It’s come to feel like tradition that around this hellish time of year Alice Cooper embarks on a Halloween tour of some sort. Cardiff’s granted the opening night of his Halloween Night Of Fear, a whopping 9:20 to 10:55, precisely.
As we walk into Cardiff’s Motorpoint Arena, Duff McKagan of Guns N Roses fame is mid set with his band Loaded and the atmosphere is stale, it’s awkward and it’s the worst possible thing a rock ‘n roll gig can be – it’s entirely seated.
Despite there being a few tickets on the door the arena feels bare. We all know sales dwindle all over at poor times like these or perhaps due to the high ticket price many opted out but to resolve this problem by turning the concert into a seated gig is in our books, and the unwritten rules of rock ‘n roll gigs, wrong, very wrong. We hear gossip that it was the promoters idea but even security feel awkward as their job is turned into ushering people to their seats instead of ushering crowd surfers out of the pit. It’s easy to pick on the length of Alice’s career and laugh that maybe the majority of concert goers here tonight are of older age and prefer their seats but the crowd varies from young children, teens, young adults to the elderly. It’s quite frankly turned the whole night upside down.
As Duff ploughs through the rest of his set he looks on, aloof at a crowd that resemble a calm ocean with the odd wave standing up to rock out. It’s distracting when ever someone decides to shuffle out the row, like those awkward moments before a comedy gig when everyone takes their seats except instead of it being before the show and during the half time interval it’s throughout the entire gig and it’s irritating. To be fair to Duff, it’s no wonder he’s playing it casual.
The night starts to shape up as Ugly Kid Joe finally liven things up. Singer Whitfield puts the barrier aside and takes time to intimately interact with anyone who cares to join him along the front row before security can get their hands on them. After a brief barrier stop he runs frantically around the entire arena and constantly works the crowd. We feel Ugly Kid Joe’s way would see chaos erupt as they delightfully play around on stage to their best. The end of set sees Duff and Welsh Motorhead guitarist Phil Campbell join them on stage to play the best card in the deck, the Ace Of Spades. A neat finish.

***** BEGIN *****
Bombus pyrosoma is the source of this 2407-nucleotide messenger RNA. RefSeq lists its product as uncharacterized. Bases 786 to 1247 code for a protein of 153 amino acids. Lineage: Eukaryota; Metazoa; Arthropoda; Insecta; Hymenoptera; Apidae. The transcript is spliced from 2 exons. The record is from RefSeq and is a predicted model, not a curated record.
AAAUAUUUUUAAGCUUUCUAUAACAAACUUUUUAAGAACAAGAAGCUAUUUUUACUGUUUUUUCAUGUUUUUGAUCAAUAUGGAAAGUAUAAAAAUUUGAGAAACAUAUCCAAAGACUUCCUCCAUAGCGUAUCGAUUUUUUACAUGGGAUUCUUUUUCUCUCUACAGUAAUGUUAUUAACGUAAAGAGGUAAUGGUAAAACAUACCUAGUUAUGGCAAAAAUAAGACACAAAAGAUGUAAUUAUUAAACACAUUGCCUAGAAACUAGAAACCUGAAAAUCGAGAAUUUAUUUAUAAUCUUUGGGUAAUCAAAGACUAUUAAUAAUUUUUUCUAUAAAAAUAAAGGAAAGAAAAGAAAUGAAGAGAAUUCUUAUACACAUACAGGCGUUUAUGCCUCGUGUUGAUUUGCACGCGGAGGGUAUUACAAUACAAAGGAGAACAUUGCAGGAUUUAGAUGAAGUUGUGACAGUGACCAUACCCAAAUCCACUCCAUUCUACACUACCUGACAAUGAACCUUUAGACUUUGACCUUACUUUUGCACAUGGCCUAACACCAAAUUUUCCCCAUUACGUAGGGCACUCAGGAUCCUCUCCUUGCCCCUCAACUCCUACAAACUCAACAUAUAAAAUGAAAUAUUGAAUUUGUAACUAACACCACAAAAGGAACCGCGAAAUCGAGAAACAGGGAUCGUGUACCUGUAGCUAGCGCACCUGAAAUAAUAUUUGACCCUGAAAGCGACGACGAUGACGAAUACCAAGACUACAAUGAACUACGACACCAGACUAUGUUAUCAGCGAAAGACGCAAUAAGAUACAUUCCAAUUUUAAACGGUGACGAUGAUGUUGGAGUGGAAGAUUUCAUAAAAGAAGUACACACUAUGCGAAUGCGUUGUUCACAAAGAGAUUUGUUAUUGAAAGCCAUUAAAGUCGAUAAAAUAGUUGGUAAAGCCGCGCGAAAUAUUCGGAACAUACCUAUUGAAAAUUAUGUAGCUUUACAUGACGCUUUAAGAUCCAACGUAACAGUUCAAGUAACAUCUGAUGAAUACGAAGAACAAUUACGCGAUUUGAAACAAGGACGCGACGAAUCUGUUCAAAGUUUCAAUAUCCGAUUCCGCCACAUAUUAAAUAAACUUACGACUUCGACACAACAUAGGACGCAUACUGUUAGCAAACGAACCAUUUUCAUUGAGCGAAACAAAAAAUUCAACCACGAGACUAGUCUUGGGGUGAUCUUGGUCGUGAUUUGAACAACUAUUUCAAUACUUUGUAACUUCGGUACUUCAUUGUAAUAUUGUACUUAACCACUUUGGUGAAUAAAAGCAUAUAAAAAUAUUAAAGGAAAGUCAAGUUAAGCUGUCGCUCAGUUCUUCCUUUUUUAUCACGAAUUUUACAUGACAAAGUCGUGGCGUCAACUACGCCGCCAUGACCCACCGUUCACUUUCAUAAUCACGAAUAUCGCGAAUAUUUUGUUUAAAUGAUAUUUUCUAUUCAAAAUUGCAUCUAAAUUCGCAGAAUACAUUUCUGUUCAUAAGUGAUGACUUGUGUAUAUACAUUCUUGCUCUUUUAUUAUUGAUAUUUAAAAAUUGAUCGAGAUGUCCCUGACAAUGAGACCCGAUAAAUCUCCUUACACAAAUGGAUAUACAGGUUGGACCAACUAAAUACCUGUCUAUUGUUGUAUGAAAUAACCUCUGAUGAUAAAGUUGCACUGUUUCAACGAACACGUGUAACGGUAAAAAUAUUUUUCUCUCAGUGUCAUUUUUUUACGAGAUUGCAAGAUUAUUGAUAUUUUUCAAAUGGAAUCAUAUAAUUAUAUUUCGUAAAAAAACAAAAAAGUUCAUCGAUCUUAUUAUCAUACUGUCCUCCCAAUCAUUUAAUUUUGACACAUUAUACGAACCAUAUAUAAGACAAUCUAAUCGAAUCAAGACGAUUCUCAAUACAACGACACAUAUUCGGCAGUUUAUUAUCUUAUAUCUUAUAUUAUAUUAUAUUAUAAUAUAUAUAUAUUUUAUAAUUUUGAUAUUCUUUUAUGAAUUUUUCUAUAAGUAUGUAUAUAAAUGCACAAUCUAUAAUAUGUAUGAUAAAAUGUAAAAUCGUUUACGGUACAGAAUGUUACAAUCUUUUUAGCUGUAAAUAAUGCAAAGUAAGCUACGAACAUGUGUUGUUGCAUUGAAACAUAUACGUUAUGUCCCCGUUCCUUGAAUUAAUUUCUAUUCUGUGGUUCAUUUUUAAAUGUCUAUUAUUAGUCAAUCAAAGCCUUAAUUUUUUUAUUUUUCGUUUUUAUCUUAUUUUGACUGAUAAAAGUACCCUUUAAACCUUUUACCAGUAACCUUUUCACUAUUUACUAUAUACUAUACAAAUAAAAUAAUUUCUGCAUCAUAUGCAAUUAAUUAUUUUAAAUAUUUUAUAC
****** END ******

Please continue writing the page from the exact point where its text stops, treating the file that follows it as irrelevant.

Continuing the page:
We’re treated to a best costume competition mid-interval where the participants are voted by loudest crowd cheer. Apparently only a few got the memo and the arena do what’s right in cheering on the three little witches who probably shouldn’t be out on a school night.
Finally, the final act. Alice Cooper strolls on stage and the entire arena raises up. A few songs in and the interaction between band and crowd is lacking. If you aren’t breaking down that barrier and communicating with the entire arena who’s reaction is little and hostile it makes the atmosphere feel drab. However, the front few rows are having a tremendous time.
We know Alice is a man of theatrical performance and throws himself into his performing to his best, which is clearly shown tonight, but as we’re dazzled by the variety of props he pulls out from around the Halloween-esque stage including crutches, swords and one hell of a whip, we’re left thinking ‘Is this a stage show or a music concert?’. During a couple of moments it feels too staged, the three guitarists and bassist line up and in a rehearsed manner jolt their guitars in sync – this isn’t the 80s, it’s old tricks for old folks and not as impressive to how it might have been back then. The drum solo is also surprisingly mediocre and dull for a spritely young lad. These musicians are a generation younger than Alice, they should be playing more creatively than that. It’s only deep into the set you really see the little things start to emerge that make it more joyful to watch. The guitarists become more playful and adventurous with each other, joking about and couldn’t look anymore happier with their job to play along side the legendary Alice Cooper.
Once again Alice runs off stage for another costume change and to grab more props. You can see it takes a lot of effort from this rock star veteran, yet he still doesn’t look one tid bit out of shape and continues to stay strong vocally throughout. He’s probably fitter than my twenty four year old self and for the time he’s spent in the music industry his performance deserves the credit and respect it warrants, but perhaps a smidgen more interaction than throwing out some jewelled necklaces.
As Feed My Frankenstein gets underway Alice is strapped to a panel only to vanish under an explosion of smoke. A giant puppet version of himself appears and everyone’s wooed. Everyone. That is until it suddenly turns into a cover act tributing Jim Morison, John Lenon, Jimi Hendrix and ending with Keith Moon to belt out My Generation – an odd sight to see Alice sing along to.
“Raise your hands if you’re Poison” he belts out in a cheeky devilish manner. As we head into the final two hits Poison and School’s Out people charge towards the front only to be confronted by security whose night has been spent stopping fans from lingering around the isles and marching to the front. It’s felt hostile throughout and ends with spitting and near brawls but the band are oblivious to all this as they end the party with confetti, giant balls full of confetti and bubbles, that’s right, bubbles. Where’s the fake blood Mr Cooper? It’s been an interesting night.
We understand a variety of gigs work great with entirely seated gigs but tonight didn’t. Speaking to a fan who’s been seeing Alice Cooper for 24 years even they had concerns. As regulars we get to know the security and it was sad to see such hostility towards them for a decision they had no control over. Please always respect security – it works both ways. Plus you won’t get your arse kicked out.